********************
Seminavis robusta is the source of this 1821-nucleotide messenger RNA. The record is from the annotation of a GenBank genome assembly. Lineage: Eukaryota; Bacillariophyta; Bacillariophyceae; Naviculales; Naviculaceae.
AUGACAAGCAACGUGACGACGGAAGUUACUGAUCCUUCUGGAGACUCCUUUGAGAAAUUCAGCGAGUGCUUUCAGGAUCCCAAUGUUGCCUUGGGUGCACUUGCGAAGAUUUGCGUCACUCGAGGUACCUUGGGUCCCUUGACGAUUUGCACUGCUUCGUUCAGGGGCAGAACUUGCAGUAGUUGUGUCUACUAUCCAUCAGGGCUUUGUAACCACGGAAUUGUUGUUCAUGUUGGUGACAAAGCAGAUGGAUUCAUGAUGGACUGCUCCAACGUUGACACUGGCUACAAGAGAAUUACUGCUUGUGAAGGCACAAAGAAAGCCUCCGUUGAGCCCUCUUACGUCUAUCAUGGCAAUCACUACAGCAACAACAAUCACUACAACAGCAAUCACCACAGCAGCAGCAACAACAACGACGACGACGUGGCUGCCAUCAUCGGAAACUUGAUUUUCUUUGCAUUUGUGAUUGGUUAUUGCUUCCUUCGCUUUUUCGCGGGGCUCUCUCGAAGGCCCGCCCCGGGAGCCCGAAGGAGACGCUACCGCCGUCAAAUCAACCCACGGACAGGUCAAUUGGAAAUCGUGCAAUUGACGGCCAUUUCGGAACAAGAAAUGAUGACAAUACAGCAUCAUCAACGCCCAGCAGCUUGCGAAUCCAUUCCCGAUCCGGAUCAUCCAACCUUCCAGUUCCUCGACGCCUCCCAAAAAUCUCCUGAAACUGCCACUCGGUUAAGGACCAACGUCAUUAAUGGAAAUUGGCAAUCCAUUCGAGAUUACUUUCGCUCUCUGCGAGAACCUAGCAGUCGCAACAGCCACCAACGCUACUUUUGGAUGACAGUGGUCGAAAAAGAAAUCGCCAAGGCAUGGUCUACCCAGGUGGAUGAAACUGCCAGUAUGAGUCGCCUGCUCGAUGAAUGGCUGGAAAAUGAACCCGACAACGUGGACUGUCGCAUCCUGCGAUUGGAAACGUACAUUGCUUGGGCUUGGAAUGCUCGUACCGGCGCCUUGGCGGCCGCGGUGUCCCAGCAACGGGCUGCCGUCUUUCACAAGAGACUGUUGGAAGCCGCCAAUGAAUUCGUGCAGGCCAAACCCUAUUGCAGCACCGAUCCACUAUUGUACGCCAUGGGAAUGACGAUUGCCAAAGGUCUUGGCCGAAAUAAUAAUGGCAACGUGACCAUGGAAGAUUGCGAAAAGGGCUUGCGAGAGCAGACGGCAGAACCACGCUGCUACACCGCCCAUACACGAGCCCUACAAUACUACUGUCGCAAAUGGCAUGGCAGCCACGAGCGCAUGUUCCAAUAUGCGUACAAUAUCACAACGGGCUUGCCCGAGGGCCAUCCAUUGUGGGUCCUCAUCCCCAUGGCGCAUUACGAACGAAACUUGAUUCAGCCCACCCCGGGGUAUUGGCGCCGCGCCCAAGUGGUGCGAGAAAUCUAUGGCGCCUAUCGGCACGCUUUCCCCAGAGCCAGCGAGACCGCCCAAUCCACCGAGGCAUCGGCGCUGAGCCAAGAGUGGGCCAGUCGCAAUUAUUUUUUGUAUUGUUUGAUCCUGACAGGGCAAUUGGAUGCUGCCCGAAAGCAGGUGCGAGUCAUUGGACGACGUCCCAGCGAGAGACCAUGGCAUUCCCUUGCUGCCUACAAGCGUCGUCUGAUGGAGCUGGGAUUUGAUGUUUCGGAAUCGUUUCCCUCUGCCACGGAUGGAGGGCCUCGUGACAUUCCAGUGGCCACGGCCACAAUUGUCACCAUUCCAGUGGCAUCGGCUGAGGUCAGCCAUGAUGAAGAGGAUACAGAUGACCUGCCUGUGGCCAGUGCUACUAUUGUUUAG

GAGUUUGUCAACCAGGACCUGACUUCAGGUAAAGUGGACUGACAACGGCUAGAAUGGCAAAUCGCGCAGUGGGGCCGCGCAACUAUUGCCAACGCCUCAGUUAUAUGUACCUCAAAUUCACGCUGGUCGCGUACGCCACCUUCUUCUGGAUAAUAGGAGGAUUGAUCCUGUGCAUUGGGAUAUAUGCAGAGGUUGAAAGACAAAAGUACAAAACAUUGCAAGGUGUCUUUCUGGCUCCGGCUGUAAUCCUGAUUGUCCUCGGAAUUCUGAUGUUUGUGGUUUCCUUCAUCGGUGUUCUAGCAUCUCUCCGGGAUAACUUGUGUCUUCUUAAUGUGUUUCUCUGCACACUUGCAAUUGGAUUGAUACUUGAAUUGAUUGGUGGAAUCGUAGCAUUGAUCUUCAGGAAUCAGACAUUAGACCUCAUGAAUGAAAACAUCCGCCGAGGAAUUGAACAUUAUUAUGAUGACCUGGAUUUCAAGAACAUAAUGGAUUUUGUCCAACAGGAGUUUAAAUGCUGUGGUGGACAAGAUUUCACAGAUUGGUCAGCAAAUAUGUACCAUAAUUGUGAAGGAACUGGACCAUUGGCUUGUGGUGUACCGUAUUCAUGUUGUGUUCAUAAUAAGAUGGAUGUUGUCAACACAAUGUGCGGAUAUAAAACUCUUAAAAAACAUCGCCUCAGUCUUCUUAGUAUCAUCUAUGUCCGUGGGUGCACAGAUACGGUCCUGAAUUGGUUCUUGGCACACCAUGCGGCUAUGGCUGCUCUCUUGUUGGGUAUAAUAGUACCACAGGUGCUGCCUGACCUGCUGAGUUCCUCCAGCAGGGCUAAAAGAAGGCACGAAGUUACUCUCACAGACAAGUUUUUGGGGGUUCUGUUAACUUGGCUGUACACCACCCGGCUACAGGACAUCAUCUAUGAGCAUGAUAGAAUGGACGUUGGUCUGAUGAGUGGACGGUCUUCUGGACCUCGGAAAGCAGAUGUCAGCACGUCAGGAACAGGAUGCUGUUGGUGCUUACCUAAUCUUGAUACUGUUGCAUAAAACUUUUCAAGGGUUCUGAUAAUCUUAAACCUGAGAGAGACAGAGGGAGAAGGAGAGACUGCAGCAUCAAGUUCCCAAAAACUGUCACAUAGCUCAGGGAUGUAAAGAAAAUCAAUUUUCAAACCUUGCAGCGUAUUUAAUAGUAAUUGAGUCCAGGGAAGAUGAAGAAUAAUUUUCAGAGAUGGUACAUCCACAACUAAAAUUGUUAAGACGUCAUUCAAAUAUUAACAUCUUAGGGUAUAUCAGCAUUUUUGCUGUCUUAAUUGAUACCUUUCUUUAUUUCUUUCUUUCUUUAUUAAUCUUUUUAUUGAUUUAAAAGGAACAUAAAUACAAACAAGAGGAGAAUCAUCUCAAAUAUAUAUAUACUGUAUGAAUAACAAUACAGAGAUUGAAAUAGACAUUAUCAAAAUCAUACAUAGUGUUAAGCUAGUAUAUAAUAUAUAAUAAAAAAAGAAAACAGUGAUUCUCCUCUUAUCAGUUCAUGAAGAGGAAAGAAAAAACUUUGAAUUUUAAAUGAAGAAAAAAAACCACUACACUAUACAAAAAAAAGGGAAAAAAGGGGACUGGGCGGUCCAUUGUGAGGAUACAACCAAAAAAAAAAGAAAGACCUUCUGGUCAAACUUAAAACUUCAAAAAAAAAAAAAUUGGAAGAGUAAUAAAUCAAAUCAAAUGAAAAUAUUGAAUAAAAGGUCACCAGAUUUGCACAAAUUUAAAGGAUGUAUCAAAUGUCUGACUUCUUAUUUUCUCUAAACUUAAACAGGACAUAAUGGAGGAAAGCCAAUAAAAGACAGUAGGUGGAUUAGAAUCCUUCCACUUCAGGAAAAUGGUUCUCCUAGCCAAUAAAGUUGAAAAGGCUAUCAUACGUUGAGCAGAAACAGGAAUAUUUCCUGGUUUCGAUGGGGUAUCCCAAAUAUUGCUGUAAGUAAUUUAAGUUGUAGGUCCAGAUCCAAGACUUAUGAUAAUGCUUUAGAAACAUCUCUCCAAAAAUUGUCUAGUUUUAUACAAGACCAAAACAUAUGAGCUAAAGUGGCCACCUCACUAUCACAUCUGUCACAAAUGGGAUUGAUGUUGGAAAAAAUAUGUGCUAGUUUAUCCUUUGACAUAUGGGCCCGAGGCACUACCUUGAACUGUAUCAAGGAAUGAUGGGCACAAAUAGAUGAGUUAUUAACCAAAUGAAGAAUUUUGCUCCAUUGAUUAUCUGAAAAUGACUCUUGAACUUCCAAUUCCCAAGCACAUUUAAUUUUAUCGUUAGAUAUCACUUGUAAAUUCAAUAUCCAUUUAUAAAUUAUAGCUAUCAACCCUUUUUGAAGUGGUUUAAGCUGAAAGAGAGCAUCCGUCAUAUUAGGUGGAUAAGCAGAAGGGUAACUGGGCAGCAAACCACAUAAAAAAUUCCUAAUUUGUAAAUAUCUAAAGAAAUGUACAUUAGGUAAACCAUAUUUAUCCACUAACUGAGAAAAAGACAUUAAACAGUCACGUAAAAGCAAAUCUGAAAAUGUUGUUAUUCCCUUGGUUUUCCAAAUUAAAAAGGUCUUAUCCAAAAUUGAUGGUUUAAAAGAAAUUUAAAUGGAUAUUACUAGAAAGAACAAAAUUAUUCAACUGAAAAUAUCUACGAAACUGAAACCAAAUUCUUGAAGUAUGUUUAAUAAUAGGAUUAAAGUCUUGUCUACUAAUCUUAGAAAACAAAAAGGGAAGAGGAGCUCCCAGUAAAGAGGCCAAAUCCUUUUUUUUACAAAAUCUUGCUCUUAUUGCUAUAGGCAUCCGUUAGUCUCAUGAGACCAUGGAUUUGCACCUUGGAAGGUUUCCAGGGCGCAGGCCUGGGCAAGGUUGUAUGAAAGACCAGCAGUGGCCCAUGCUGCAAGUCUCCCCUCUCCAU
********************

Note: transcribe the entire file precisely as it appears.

Seminavis robusta is the source of this 1821-nucleotide messenger RNA. The record is from the annotation of a GenBank genome assembly. Lineage: Eukaryota; Bacillariophyta; Bacillariophyceae; Naviculales; Naviculaceae.
AUGACAAGCAACGUGACGACGGAAGUUACUGAUCCUUCUGGAGACUCCUUUGAGAAAUUCAGCGAGUGCUUUCAGGAUCCCAAUGUUGCCUUGGGUGCACUUGCGAAGAUUUGCGUCACUCGAGGUACCUUGGGUCCCUUGACGAUUUGCACUGCUUCGUUCAGGGGCAGAACUUGCAGUAGUUGUGUCUACUAUCCAUCAGGGCUUUGUAACCACGGAAUUGUUGUUCAUGUUGGUGACAAAGCAGAUGGAUUCAUGAUGGACUGCUCCAACGUUGACACUGGCUACAAGAGAAUUACUGCUUGUGAAGGCACAAAGAAAGCCUCCGUUGAGCCCUCUUACGUCUAUCAUGGCAAUCACUACAGCAACAACAAUCACUACAACAGCAAUCACCACAGCAGCAGCAACAACAACGACGACGACGUGGCUGCCAUCAUCGGAAACUUGAUUUUCUUUGCAUUUGUGAUUGGUUAUUGCUUCCUUCGCUUUUUCGCGGGGCUCUCUCGAAGGCCCGCCCCGGGAGCCCGAAGGAGACGCUACCGCCGUCAAAUCAACCCACGGACAGGUCAAUUGGAAAUCGUGCAAUUGACGGCCAUUUCGGAACAAGAAAUGAUGACAAUACAGCAUCAUCAACGCCCAGCAGCUUGCGAAUCCAUUCCCGAUCCGGAUCAUCCAACCUUCCAGUUCCUCGACGCCUCCCAAAAAUCUCCUGAAACUGCCACUCGGUUAAGGACCAACGUCAUUAAUGGAAAUUGGCAAUCCAUUCGAGAUUACUUUCGCUCUCUGCGAGAACCUAGCAGUCGCAACAGCCACCAACGCUACUUUUGGAUGACAGUGGUCGAAAAAGAAAUCGCCAAGGCAUGGUCUACCCAGGUGGAUGAAACUGCCAGUAUGAGUCGCCUGCUCGAUGAAUGGCUGGAAAAUGAACCCGACAACGUGGACUGUCGCAUCCUGCGAUUGGAAACGUACAUUGCUUGGGCUUGGAAUGCUCGUACCGGCGCCUUGGCGGCCGCGGUGUCCCAGCAACGGGCUGCCGUCUUUCACAAGAGACUGUUGGAAGCCGCCAAUGAAUUCGUGCAGGCCAAACCCUAUUGCAGCACCGAUCCACUAUUGUACGCCAUGGGAAUGACGAUUGCCAAAGGUCUUGGCCGAAAUAAUAAUGGCAACGUGACCAUGGAAGAUUGCGAAAAGGGCUUGCGAGAGCAGACGGCAGAACCACGCUGCUACACCGCCCAUACACGAGCCCUACAAUACUACUGUCGCAAAUGGCAUGGCAGCCACGAGCGCAUGUUCCAAUAUGCGUACAAUAUCACAACGGGCUUGCCCGAGGGCCAUCCAUUGUGGGUCCUCAUCCCCAUGGCGCAUUACGAACGAAACUUGAUUCAGCCCACCCCGGGGUAUUGGCGCCGCGCCCAAGUGGUGCGAGAAAUCUAUGGCGCCUAUCGGCACGCUUUCCCCAGAGCCAGCGAGACCGCCCAAUCCACCGAGGCAUCGGCGCUGAGCCAAGAGUGGGCCAGUCGCAAUUAUUUUUUGUAUUGUUUGAUCCUGACAGGGCAAUUGGAUGCUGCCCGAAAGCAGGUGCGAGUCAUUGGACGACGUCCCAGCGAGAGACCAUGGCAUUCCCUUGCUGCCUACAAGCGUCGUCUGAUGGAGCUGGGAUUUGAUGUUUCGGAAUCGUUUCCCUCUGCCACGGAUGGAGGGCCUCGUGACAUUCCAGUGGCCACGGCCACAAUUGUCACCAUUCCAGUGGCAUCGGCUGAGGUCAGCCAUGAUGAAGAGGAUACAGAUGACCUGCCUGUGGCCAGUGCUACUAUUGUUUAG

GAGUUUGUCAACCAGGACCUGACUUCAGGUAAAGUGGACUGACAACGGCUAGAAUGGCAAAUCGCGCAGUGGGGCCGCGCAACUAUUGCCAACGCCUCAGUUAUAUGUACCUCAAAUUCACGCUGGUCGCGUACGCCACCUUCUUCUGGAUAAUAGGAGGAUUGAUCCUGUGCAUUGGGAUAUAUGCAGAGGUUGAAAGACAAAAGUACAAAACAUUGCAAGGUGUCUUUCUGGCUCCGGCUGUAAUCCUGAUUGUCCUCGGAAUUCUGAUGUUUGUGGUUUCCUUCAUCGGUGUUCUAGCAUCUCUCCGGGAUAACUUGUGUCUUCUUAAUGUGUUUCUCUGCACACUUGCAAUUGGAUUGAUACUUGAAUUGAUUGGUGGAAUCGUAGCAUUGAUCUUCAGGAAUCAGACAUUAGACCUCAUGAAUGAAAACAUCCGCCGAGGAAUUGAACAUUAUUAUGAUGACCUGGAUUUCAAGAACAUAAUGGAUUUUGUCCAACAGGAGUUUAAAUGCUGUGGUGGACAAGAUUUCACAGAUUGGUCAGCAAAUAUGUACCAUAAUUGUGAAGGAACUGGACCAUUGGCUUGUGGUGUACCGUAUUCAUGUUGUGUUCAUAAUAAGAUGGAUGUUGUCAACACAAUGUGCGGAUAUAAAACUCUUAAAAAACAUCGCCUCAGUCUUCUUAGUAUCAUCUAUGUCCGUGGGUGCACAGAUACGGUCCUGAAUUGGUUCUUGGCACACCAUGCGGCUAUGGCUGCUCUCUUGUUGGGUAUAAUAGUACCACAGGUGCUGCCUGACCUGCUGAGUUCCUCCAGCAGGGCUAAAAGAAGGCACGAAGUUACUCUCACAGACAAGUUUUUGGGGGUUCUGUUAACUUGGCUGUACACCACCCGGCUACAGGACAUCAUCUAUGAGCAUGAUAGAAUGGACGUUGGUCUGAUGAGUGGACGGUCUUCUGGACCUCGGAAAGCAGAUGUCAGCACGUCAGGAACAGGAUGCUGUUGGUGCUUACCUAAUCUUGAUACUGUUGCAUAAAACUUUUCAAGGGUUCUGAUAAUCUUAAACCUGAGAGAGACAGAGGGAGAAGGAGAGACUGCAGCAUCAAGUUCCCAAAAACUGUCACAUAGCUCAGGGAUGUAAAGAAAAUCAAUUUUCAAACCUUGCAGCGUAUUUAAUAGUAAUUGAGUCCAGGGAAGAUGAAGAAUAAUUUUCAGAGAUGGUACAUCCACAACUAAAAUUGUUAAGACGUCAUUCAAAUAUUAACAUCUUAGGGUAUAUCAGCAUUUUUGCUGUCUUAAUUGAUACCUUUCUUUAUUUCUUUCUUUCUUUAUUAAUCUUUUUAUUGAUUUAAAAGGAACAUAAAUACAAACAAGAGGAGAAUCAUCUCAAAUAUAUAUAUACUGUAUGAAUAACAAUACAGAGAUUGAAAUAGACAUUAUCAAAAUCAUACAUAGUGUUAAGCUAGUAUAUAAUAUAUAAUAAAAAAAGAAAACAGUGAUUCUCCUCUUAUCAGUUCAUGAAGAGGAAAGAAAAAACUUUGAAUUUUAAAUGAAGAAAAAAAACCACUACACUAUACAAAAAAAAGGGAAAAAAGGGGACUGGGCGGUCCAUUGUGAGGAUACAACCAAAAAAAAAAGAAAGACCUUCUGGUCAAACUUAAAACUUCAAAAAAAAAAAAAUUGGAAGAGUAAUAAAUCAAAUCAAAUGAAAAUAUUGAAUAAAAGGUCACCAGAUUUGCACAAAUUUAAAGGAUGUAUCAAAUGUCUGACUUCUUAUUUUCUCUAAACUUAAACAGGACAUAAUGGAGGAAAGCCAAUAAAAGACAGUAGGUGGAUUAGAAUCCUUCCACUUCAGGAAAAUGGUUCUCCUAGCCAAUAAAGUUGAAAAGGCUAUCAUACGUUGAGCAGAAACAGGAAUAUUUCCUGGUUUCGAUGGGGUAUCCCAAAUAUUGCUGUAAGUAAUUUAAGUUGUAGGUCCAGAUCCAAGACUUAUGAUAAUGCUUUAGAAACAUCUCUCCAAAAAUUGUCUAGUUUUAUACAAGACCAAAACAUAUGAGCUAAAGUGGCCACCUCACUAUCACAUCUGUCACAAAUGGGAUUGAUGUUGGAAAAAAUAUGUGCUAGUUUAUCCUUUGACAUAUGGGCCCGAGGCACUACCUUGAACUGUAUCAAGGAAUGAUGGGCACAAAUAGAUGAGUUAUUAACCAAAUGAAGAAUUUUGCUCCAUUGAUUAUCUGAAAAUGACUCUUGAACUUCCAAUUCCCAAGCACAUUUAAUUUUAUCGUUAGAUAUCACUUGUAAAUUCAAUAUCCAUUUAUAAAUUAUAGCUAUCAACCCUUUUUGAAGUGGUUUAAGCUGAAAGAGAGCAUCCGUCAUAUUAGGUGGAUAAGCAGAAGGGUAACUGGGCAGCAAACCACAUAAAAAAUUCCUAAUUUGUAAAUAUCUAAAGAAAUGUACAUUAGGUAAACCAUAUUUAUCCACUAACUGAGAAAAAGACAUUAAACAGUCACGUAAAAGCAAAUCUGAAAAUGUUGUUAUUCCCUUGGUUUUCCAAAUUAAAAAGGUCUUAUCCAAAAUUGAUGGUUUAAAAGAAAUUUAAAUGGAUAUUACUAGAAAGAACAAAAUUAUUCAACUGAAAAUAUCUACGAAACUGAAACCAAAUUCUUGAAGUAUGUUUAAUAAUAGGAUUAAAGUCUUGUCUACUAAUCUUAGAAAACAAAAAGGGAAGAGGAGCUCCCAGUAAAGAGGCCAAAUCCUUUUUUUUACAAAAUCUUGCUCUUAUUGCUAUAGGCAUCCGUUAGUCUCAUGAGACCAUGGAUUUGCACCUUGGAAGGUUUCCAGGGCGCAGGCCUGGGCAAGGUUGUAUGAAAGACCAGCAGUGGCCCAUGCUGCAAGUCUCCCCUCUCCAU